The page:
"Food prices, for instance, increased by 48 per cent since the end of 2006 until now, which is a huge increase, and it may undermine all the gains we have obtained in reducing poverty," he said.
Strauss-Kahn's comments came on the eve of a meeting of finance ministers and central bank chiefs of the Group of Seven (G7) industrialised countries in Washington DC.
The increased use of grains to produce biofuels, first heralded as a way to cut greenhouse gases, has been blamed for contribruting to rises in the cost of basic foods.
A rising demand for food in emerging market economies has further contributed to grain shortages.
The IMF has calculated that corn ethanol production in the US accounted for at least half the rise in world corn demand in each of the past three years.
Washington provides a subsidy of $0.51 per gallon to ethanol blenders and imposes a tariff of $0.54 per gallon on imports.
In the European Union (EU), most countries exempt biofuels from some gas taxes and impose an average tariff equal to more than $0.70 per gallon of imported ethanol.Price riots
Riots over rising food prices began in southern Haiti earlier this week and quickly spread to the capital Port-au-Prince.
Tens of thousands of people took to the streets to protest against the food price increases.
Four were killed in the disturbances, while UN peacekeepers used rubber bullets and tear gas to drive away rioters from the presidential palace.Most Haitians live on less than $2 a day.
Reports suggest some people have turned to eating cookies made of dirt, vegetable oil and salt.
Meanwhile, at least seven people have died in Egypt in riots earlier this week, sparked partly by rises in the price of bread of other foods.
Similar riots have been reported in Burkina Faso, Mauritania, Indonesia and Peru.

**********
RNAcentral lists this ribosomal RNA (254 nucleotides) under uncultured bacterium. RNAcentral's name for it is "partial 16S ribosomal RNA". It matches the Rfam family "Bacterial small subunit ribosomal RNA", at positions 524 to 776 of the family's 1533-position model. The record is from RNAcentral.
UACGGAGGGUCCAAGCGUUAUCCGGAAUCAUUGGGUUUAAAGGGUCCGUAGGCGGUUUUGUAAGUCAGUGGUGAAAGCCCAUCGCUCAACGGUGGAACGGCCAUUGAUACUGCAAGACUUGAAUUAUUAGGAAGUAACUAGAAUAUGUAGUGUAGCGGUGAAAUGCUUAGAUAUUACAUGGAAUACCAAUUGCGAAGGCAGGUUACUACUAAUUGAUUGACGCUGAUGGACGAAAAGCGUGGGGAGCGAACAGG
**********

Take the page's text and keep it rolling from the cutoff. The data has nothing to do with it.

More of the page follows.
Robert Zoellick, president of the World Bank, said on Thursday that while people in developed nations with the high cost of fuel to run their cars, poor people in developing nations were struggling to feed themselves.
"In many developing countries, the poor spend up to 75 per cent of their income on food. When prices of basic foods rise, it hits hard", he said.
"In just two months, rice prices have skyrocketed to near historic levels, rising by around 75 per cent globally and more in some markets - with more to come."
Rising bread prices in Egypt have contributed
to protests that led to several deaths [EPA]
Zoellick said the world needs to recognise that food price inflation is contributing to a growing emergency.
The UN World Food Programme has said it requires $500m just to fill immediate need.
The World Bank says food price inflation is not a short-term phenomenon but will likely persist through 2008 and 2009 before demand slackens due to high prices.
Most people in the world's wealthiest countries take food for granted.
Even the poorest fifth of households in the US spend only 16 per cent of their budget on food.
In contrast, Nigerian families spend 73 per cent of their budgets on eating, Vietnamese 65 per cent, while Indonesians allocate about 50 per cent.
Last year, the food import bill of developing countries rose by 25 per cent as food prices rose to levels not seen in a generation.
World financers have also contibuted to the food price problem.
"In many developing countries, the poor spend up to 75 percent of their income on food."
Robert Zoellick, World Bank President
Commodities have attracted investors looking for a safe haven from failing investments in the highly-leverage mortgage sector.
Amid this speculation, world wheat prices rose 70 per cent between 2005 and 2007.
In the same period, corn gained 80 per cent in value, while dairy prices nearly doubled.
A senior UN official has said that global investment funds and the weak dollar are largely to blame for the world's rise in food prices.
"The crisis is a speculative attack and it will last", Jose Graziano, the UN food and farm organisation's regional representative for Latin America and the Caribbean, said.
"The lack of confidence in the [US] dollar has led investment funds to look for higher returns in commodities ... first metals and then foods."